The Boston Bruins entered Friday ranked fifth in the NHL in power-play percentage. On the surface, that’s not bad at all, especially considering that the power play traditionally has been a weakness of Claude Julien-coached Bruins teams.

Anyone who’s watched the Bruins over the last few months, however, knows all too well that that lofty position is more than a bit misleading.

Boston’s power play was an unstoppable juggernaut of offensive production during the first quarter of the season — the No. 1 strength of the team, really. The Bruins tallied 22 power-play goals over their first 22 games, including at least one in 14 of their first 18.

Since then? Well, let’s just look at the numbers:

— In its last 36 games, including Thursday’s 2-0 loss to the Nashville Predators. Julien’s squad has managed just 14 power-play goals.

— Four of those came in one game, a 7-3 beatdown of the Ottawa Senators back on Dec. 29. Since then, they’ve converted on just 9.7 percent of their power-play opportunities — the worst mark in the NHL.

— The Bruins scored multiple power-play goals in five different games before the start of December. They’ve done so just once since.

— Boston has yet to record a power-play goal on its current six-game road trip (0-for-19 over five games) and has gone without one in 14 of its last 16 contests.

So, what’s been the problem? That’s a difficult question to answer.

The Bruins’ top power-play unit of Patrice Bergeron, Loui Eriksson, David Krejci, Ryan Spooner and Torey Krug has remained unchanged from opening night. With the exception of Krug, who’s goal-less streak reached 32 games Thursday night, all of those players have put up impressive stats since the calendar flipped to 2016.

Boston certainly doesn’t draw as many calls as most teams (26th in total power-play opportunities), but that hasn’t been issue lately. The B’s have gone on the man advantage an average of 3.8 times per game during their current trip, including four times in each of the two contests since Bergeron’s return from an undisclosed injury.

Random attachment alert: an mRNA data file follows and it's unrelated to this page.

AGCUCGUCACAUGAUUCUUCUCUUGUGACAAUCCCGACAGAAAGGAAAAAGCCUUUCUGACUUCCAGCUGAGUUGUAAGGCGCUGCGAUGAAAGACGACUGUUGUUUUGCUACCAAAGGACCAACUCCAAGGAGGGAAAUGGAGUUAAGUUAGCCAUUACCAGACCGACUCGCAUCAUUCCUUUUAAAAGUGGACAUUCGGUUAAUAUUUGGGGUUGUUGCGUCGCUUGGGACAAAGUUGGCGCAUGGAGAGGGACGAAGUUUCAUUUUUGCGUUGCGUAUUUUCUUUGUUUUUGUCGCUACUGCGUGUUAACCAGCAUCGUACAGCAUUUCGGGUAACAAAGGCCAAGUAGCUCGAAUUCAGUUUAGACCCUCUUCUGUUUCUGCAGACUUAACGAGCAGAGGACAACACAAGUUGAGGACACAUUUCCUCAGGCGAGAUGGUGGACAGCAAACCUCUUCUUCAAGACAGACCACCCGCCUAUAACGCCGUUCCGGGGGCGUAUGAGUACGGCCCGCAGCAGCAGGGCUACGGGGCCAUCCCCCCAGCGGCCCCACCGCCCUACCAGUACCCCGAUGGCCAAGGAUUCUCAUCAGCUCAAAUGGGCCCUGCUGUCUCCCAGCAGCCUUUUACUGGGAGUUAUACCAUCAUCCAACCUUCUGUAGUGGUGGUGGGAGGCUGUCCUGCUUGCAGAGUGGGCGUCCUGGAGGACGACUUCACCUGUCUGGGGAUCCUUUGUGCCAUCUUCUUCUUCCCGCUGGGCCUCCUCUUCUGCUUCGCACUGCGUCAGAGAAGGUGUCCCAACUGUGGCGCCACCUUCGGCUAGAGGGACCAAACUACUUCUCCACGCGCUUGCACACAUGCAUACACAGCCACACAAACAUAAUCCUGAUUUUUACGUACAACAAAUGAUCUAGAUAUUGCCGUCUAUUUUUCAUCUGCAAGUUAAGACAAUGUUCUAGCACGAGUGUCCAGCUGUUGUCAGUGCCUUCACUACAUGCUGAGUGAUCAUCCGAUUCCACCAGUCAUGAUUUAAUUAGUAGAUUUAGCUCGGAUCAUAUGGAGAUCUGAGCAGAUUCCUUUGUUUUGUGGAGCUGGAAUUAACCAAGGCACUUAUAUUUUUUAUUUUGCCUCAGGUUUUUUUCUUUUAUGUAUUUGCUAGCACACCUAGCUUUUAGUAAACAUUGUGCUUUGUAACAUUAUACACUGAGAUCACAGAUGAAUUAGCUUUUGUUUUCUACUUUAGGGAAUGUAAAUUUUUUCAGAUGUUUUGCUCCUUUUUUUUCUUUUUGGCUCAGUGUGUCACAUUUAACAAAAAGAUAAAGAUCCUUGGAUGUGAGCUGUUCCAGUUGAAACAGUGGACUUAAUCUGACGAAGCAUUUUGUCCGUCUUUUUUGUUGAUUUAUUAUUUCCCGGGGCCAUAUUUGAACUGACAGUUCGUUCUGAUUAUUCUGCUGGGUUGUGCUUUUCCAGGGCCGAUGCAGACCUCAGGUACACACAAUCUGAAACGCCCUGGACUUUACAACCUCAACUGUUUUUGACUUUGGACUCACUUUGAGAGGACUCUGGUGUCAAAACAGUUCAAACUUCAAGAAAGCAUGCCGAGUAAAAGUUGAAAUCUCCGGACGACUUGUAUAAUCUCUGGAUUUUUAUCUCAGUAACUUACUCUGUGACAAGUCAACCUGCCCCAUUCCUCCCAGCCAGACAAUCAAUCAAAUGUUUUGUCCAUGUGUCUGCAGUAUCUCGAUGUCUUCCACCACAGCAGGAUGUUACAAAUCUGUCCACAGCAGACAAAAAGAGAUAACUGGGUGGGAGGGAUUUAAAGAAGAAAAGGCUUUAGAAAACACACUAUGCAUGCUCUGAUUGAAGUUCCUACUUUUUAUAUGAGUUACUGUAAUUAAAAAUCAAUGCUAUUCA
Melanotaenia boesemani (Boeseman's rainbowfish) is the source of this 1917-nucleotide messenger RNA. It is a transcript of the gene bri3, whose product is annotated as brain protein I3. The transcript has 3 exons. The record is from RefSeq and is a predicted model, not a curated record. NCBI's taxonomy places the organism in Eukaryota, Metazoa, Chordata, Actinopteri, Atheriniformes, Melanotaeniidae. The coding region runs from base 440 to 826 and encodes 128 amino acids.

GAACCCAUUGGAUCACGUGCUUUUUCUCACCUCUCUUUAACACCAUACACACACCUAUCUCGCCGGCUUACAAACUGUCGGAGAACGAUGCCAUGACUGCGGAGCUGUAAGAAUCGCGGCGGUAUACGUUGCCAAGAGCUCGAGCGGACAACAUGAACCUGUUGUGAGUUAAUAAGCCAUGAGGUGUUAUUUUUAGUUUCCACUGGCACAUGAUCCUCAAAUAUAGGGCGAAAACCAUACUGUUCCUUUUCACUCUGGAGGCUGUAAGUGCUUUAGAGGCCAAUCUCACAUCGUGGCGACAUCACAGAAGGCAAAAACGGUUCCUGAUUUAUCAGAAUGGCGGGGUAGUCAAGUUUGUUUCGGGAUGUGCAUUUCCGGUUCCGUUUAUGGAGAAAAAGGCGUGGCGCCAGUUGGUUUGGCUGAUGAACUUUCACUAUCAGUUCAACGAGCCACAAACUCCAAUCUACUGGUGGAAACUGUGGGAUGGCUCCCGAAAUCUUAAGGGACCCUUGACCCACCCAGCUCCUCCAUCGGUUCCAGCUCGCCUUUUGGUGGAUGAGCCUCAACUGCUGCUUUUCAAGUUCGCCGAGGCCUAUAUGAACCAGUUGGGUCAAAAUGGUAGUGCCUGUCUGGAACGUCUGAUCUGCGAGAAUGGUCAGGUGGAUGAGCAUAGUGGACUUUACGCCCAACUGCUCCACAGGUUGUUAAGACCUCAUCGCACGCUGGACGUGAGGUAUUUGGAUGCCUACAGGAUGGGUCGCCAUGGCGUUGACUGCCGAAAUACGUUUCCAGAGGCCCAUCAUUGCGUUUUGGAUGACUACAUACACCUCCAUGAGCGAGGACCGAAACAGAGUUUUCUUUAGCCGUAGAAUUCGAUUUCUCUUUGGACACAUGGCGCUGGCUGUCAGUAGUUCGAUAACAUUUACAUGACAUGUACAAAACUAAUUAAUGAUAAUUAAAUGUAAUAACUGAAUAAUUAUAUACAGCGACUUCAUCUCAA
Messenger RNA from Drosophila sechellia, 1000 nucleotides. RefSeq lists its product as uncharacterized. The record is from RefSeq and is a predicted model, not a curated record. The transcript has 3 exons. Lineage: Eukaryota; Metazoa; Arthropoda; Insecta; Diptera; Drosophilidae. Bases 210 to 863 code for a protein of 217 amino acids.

Whatever the cause, the Bruins’ power outage has come at a manageable time. Thanks to a soft spot in their schedule, they’ve been able to go 10-6-0 over their last 16 games without beating a single team that would qualify for the playoffs if the season ended Friday morning. Solid play in 5-on-5 and shorthanded situations has been enough to keep the B’s afloat and even propel them up the standings — they entered Friday in second place in the Atlantic Division, though both the Detroit Red Wings and Tampa Bay Lightning sat within two points.

The road gets much more treacherous from here on out, however. Sixteen of Boston’s final 24 games are against current playoff teams, including seven from the Western Conference. The West’s top seven seeds are 7-0 against the Bruins this season and 6-0 in games at TD Garden.

One additional nugget from Thursday’s action in Nashville:

— After taking an inadvertent elbow to the face from teammate Matt Beleskey on Tuesday, Bruins goalie Tuukka Rask again was knocked to the ice by friendly fire.

B’s defenseman Adam McQuaid accidentally sent his his netminder’s helmet flying with a high stick as he battled for position in front of the net, prompting officials to stop play as Rask took a moment to compose himself.

Boston Bruins goalie Tuukka Rask

“What can you do?” the battered goaltender told reporters after the game, as aired on “Bruins Overtime LIVE.” “It’s the price you have to pay sometimes.”

Photo via Christopher Hanewinckel/USA TODAY Sports Images

Thumbnail photo via Boston Bruins defenseman Torey Krug